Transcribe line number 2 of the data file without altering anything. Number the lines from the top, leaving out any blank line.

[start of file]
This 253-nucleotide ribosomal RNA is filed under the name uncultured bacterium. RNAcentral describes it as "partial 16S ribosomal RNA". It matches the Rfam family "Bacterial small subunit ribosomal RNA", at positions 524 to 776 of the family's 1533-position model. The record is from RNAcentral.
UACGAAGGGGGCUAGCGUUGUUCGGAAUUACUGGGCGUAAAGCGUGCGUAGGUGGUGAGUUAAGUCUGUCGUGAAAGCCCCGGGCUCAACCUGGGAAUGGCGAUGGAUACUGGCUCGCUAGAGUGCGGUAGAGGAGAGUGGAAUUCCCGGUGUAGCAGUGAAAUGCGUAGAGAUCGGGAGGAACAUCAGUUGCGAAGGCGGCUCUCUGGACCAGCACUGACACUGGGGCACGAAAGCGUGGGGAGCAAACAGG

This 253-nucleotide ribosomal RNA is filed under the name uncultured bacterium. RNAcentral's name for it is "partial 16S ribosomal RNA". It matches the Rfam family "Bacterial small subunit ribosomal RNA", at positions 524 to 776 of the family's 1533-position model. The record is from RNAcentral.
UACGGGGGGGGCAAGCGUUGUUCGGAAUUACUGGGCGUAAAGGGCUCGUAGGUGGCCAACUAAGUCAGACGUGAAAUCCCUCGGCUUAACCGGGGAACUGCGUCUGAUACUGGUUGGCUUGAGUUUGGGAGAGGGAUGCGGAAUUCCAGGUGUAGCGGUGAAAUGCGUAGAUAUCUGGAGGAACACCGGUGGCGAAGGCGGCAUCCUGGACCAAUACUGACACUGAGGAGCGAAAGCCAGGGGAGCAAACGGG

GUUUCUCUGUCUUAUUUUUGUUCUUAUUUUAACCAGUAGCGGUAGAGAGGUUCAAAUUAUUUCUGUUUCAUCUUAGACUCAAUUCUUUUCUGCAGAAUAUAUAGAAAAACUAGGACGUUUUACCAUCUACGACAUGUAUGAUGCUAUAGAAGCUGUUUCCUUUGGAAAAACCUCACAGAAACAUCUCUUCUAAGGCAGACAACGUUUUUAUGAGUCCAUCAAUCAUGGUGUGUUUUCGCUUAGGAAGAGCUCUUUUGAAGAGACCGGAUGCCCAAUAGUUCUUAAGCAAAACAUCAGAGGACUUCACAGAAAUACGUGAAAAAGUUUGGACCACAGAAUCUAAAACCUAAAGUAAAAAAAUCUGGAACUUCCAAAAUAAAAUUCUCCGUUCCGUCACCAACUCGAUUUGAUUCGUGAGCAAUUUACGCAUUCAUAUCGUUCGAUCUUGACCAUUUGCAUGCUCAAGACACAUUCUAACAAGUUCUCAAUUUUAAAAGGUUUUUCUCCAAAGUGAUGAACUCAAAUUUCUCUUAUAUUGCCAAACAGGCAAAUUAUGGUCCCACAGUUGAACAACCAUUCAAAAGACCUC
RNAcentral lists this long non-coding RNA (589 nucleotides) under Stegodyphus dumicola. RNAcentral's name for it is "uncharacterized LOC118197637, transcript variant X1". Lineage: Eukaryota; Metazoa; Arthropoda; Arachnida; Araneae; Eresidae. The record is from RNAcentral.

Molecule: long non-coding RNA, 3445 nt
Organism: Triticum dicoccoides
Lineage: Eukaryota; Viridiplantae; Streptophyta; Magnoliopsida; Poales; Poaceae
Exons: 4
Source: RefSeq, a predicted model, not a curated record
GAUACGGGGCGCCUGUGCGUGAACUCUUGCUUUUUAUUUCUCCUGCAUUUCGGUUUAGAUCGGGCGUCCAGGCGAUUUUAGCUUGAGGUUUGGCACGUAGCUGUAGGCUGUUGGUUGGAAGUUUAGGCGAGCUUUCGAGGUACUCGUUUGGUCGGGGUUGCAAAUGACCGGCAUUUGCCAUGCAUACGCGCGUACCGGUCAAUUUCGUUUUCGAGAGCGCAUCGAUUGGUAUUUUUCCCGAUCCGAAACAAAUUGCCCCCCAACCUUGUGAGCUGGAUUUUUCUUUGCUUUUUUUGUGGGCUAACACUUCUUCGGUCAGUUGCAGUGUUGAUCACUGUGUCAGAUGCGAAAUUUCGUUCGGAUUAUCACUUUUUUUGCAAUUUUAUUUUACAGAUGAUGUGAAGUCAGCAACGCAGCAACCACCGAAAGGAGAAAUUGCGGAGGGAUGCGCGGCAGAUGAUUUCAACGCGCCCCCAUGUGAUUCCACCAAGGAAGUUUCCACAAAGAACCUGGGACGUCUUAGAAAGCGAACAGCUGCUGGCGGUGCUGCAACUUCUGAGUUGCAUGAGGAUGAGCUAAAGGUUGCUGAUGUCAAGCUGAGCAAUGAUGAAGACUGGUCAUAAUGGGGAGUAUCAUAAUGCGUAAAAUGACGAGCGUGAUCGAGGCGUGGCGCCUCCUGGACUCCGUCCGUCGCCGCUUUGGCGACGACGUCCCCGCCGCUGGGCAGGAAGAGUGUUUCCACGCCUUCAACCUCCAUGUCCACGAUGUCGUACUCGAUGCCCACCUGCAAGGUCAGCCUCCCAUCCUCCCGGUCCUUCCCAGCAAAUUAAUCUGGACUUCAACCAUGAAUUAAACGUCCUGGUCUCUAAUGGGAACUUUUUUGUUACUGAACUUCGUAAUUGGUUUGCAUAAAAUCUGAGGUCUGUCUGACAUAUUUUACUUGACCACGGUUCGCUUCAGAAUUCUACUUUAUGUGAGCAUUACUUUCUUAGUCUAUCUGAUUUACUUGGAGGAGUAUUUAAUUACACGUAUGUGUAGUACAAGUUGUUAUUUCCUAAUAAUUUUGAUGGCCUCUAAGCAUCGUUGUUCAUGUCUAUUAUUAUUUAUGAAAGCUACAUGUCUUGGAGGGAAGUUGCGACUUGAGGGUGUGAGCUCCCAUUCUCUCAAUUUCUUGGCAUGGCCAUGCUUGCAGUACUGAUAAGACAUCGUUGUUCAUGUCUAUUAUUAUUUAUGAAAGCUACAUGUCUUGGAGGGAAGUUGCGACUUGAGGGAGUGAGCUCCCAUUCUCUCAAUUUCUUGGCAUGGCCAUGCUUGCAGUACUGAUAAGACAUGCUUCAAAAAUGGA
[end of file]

UACGAAGGGGGCUAGCGUUGUUCGGAAUUACUGGGCGUAAAGCGUGCGUAGGUGGUGAGUUAAGUCUGUCGUGAAAGCCCCGGGCUCAACCUGGGAAUGGCGAUGGAUACUGGCUCGCUAGAGUGCGGUAGAGGAGAGUGGAAUUCCCGGUGUAGCAGUGAAAUGCGUAGAGAUCGGGAGGAACAUCAGUUGCGAAGGCGGCUCUCUGGACCAGCACUGACACUGGGGCACGAAAGCGUGGGGAGCAAACAGG